Scientists have developed a way to monitor food security using a smartphone app, which combines weather and soil moisture data from satellites with crowd-sourced data on the vulnerability of the population to malnutrition and other relevant socio-economic data.
Drought and crop failure can often be predicted by monitoring the weather and measuring soil moisture. But other risk factors, such as socio-economic problems or violent conflicts, can endanger food security too.
For organisations such as Doctors without Borders (MSF), it is crucial to obtain information about vulnerable regions as soon as possible, so that they have a chance to provide help before it is too late.
The system developed by scientists at Vienna University of Technology and the International Institute for Applied Systems Analysis (IIASA) in Laxenburg, Austria, has yielded promising results during tests in the Central African Republic.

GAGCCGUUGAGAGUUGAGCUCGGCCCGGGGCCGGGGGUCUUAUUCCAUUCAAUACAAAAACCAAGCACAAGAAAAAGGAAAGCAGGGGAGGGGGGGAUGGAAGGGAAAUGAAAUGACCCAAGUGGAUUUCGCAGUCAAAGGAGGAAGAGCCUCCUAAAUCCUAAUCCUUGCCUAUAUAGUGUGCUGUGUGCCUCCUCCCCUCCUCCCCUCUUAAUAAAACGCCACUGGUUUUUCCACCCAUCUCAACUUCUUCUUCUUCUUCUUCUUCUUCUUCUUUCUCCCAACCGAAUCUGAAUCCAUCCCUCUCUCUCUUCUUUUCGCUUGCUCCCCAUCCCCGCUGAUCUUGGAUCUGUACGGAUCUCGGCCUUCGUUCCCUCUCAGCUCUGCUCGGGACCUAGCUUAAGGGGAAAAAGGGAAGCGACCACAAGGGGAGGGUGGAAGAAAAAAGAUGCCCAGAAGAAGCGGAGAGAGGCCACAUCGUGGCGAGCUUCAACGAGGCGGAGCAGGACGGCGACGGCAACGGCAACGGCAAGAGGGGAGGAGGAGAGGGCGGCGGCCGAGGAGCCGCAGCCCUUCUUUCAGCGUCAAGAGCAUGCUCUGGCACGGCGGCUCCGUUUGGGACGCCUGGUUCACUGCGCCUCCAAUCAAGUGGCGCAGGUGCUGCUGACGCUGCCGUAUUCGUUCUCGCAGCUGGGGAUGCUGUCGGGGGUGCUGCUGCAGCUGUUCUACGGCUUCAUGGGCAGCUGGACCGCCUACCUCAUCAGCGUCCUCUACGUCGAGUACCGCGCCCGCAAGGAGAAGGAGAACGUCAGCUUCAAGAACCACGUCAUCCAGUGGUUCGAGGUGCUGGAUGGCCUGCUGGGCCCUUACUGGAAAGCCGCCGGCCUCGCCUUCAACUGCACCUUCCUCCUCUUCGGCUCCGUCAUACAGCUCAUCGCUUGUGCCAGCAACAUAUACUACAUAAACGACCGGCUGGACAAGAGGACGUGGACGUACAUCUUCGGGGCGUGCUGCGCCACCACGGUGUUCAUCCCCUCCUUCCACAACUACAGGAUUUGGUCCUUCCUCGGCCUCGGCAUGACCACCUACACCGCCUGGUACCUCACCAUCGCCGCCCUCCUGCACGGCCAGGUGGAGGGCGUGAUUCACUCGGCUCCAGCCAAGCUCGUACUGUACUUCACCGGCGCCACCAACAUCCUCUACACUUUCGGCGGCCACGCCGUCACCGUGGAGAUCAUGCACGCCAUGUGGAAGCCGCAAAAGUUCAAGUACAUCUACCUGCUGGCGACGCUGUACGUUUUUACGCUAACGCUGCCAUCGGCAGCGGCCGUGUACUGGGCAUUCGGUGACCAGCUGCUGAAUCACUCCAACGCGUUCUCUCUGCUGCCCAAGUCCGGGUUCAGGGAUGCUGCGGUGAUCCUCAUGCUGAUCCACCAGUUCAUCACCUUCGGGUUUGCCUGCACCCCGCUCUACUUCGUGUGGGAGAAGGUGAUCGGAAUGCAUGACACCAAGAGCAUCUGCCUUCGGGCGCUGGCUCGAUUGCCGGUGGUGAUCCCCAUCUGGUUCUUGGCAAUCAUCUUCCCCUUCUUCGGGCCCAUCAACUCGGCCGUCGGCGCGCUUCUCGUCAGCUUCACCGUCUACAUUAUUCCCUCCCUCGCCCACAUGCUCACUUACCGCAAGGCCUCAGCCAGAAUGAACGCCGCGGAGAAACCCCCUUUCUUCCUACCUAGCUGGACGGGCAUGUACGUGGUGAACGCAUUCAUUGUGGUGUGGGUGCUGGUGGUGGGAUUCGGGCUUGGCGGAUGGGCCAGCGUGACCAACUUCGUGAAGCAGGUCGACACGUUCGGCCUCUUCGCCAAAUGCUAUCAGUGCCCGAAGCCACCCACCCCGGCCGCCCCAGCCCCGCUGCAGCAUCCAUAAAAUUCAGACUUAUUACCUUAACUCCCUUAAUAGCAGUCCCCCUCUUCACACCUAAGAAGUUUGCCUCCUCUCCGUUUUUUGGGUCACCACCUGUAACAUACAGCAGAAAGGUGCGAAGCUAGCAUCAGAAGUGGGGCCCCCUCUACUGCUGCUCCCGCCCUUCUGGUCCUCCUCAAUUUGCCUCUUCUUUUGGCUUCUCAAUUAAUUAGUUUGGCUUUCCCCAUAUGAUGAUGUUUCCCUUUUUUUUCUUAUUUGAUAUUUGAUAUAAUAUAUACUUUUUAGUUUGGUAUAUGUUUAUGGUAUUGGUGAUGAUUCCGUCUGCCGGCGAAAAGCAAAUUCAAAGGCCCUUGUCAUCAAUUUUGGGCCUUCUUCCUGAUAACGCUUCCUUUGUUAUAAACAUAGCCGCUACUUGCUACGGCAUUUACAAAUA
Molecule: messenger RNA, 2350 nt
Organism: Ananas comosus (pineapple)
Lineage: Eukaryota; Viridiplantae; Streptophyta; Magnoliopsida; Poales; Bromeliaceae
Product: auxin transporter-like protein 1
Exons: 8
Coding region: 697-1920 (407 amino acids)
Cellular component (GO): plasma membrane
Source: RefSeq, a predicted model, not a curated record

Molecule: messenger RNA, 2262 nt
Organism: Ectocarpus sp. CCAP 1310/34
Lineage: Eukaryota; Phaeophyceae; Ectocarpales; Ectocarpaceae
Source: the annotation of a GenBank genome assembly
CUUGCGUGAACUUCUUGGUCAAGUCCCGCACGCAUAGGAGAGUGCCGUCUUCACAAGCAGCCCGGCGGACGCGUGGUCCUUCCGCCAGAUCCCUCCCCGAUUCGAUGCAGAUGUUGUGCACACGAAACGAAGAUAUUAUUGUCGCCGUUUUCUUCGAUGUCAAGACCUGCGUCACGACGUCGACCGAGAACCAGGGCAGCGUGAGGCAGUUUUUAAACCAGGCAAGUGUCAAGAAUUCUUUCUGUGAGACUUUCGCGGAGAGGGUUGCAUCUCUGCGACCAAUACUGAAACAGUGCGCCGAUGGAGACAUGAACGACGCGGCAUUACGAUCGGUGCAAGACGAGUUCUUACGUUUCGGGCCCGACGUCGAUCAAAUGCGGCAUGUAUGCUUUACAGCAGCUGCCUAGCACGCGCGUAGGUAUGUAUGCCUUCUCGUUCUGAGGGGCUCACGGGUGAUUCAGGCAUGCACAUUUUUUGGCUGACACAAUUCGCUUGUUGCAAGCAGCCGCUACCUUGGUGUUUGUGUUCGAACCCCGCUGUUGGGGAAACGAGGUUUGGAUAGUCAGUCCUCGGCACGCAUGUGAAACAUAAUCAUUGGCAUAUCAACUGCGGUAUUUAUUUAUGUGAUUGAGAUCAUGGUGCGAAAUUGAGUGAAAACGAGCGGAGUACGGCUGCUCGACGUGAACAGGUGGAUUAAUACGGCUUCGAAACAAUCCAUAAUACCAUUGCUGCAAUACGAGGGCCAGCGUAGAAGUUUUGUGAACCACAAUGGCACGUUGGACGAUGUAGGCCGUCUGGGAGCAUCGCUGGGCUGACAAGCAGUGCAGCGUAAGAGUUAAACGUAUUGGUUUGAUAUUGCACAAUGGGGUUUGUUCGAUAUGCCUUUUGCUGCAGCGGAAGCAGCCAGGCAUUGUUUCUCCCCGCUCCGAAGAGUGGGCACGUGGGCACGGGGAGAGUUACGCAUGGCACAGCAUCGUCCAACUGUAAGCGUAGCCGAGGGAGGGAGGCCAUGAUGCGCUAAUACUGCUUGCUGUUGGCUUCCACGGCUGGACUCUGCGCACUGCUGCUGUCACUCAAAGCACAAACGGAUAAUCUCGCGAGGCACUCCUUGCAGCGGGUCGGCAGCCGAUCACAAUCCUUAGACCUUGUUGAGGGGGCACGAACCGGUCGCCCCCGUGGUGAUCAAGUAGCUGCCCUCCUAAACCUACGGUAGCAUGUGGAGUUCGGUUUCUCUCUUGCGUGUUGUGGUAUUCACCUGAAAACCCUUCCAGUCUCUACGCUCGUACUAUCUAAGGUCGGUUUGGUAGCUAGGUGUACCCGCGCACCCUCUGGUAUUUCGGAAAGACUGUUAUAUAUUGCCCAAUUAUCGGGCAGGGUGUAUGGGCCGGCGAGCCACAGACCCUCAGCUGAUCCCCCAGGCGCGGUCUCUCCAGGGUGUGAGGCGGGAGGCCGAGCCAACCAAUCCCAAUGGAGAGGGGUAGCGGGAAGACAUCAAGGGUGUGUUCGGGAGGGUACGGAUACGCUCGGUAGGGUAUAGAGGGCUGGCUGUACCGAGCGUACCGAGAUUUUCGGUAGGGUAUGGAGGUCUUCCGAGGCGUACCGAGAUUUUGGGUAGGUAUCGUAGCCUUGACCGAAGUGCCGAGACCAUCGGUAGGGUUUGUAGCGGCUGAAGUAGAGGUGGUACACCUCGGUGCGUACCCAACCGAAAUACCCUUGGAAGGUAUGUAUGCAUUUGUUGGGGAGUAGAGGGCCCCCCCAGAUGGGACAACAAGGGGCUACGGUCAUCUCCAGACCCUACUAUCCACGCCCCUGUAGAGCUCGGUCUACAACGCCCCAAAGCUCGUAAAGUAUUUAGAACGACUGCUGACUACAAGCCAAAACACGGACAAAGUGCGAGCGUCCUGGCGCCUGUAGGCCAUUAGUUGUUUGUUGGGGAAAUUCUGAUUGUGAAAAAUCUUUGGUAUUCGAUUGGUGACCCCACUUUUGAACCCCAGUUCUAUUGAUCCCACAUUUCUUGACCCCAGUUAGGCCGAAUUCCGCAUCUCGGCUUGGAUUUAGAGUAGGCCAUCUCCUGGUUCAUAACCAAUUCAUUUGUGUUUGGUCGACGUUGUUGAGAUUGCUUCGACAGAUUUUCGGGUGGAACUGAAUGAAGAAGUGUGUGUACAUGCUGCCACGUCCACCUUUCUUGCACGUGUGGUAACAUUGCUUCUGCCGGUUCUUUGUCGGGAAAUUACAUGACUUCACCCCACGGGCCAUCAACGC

“Today, smartphones are available even in developing countries, and so we decided to develop an app, which we called Satida Collect, to help us collect the necessary data,” said IIASA-based app developer Mathias Karner.
The digital questionnaire of Satida Collect can be adapted to local eating habits, as the answers and the GPS coordinates of every assessment are stored locally on the phone.
When an internet connection is available, the collected data are uploaded to a server and can be analysed along with satellite-derived information about drought risk.
In the end a map could be created, highlighting areas where the danger of malnutrition is high.
For Doctors without Borders, such maps are extremely valuable. They help to plan future activities and provide help as soon as it is needed.
The study was published in the journal Plos One.
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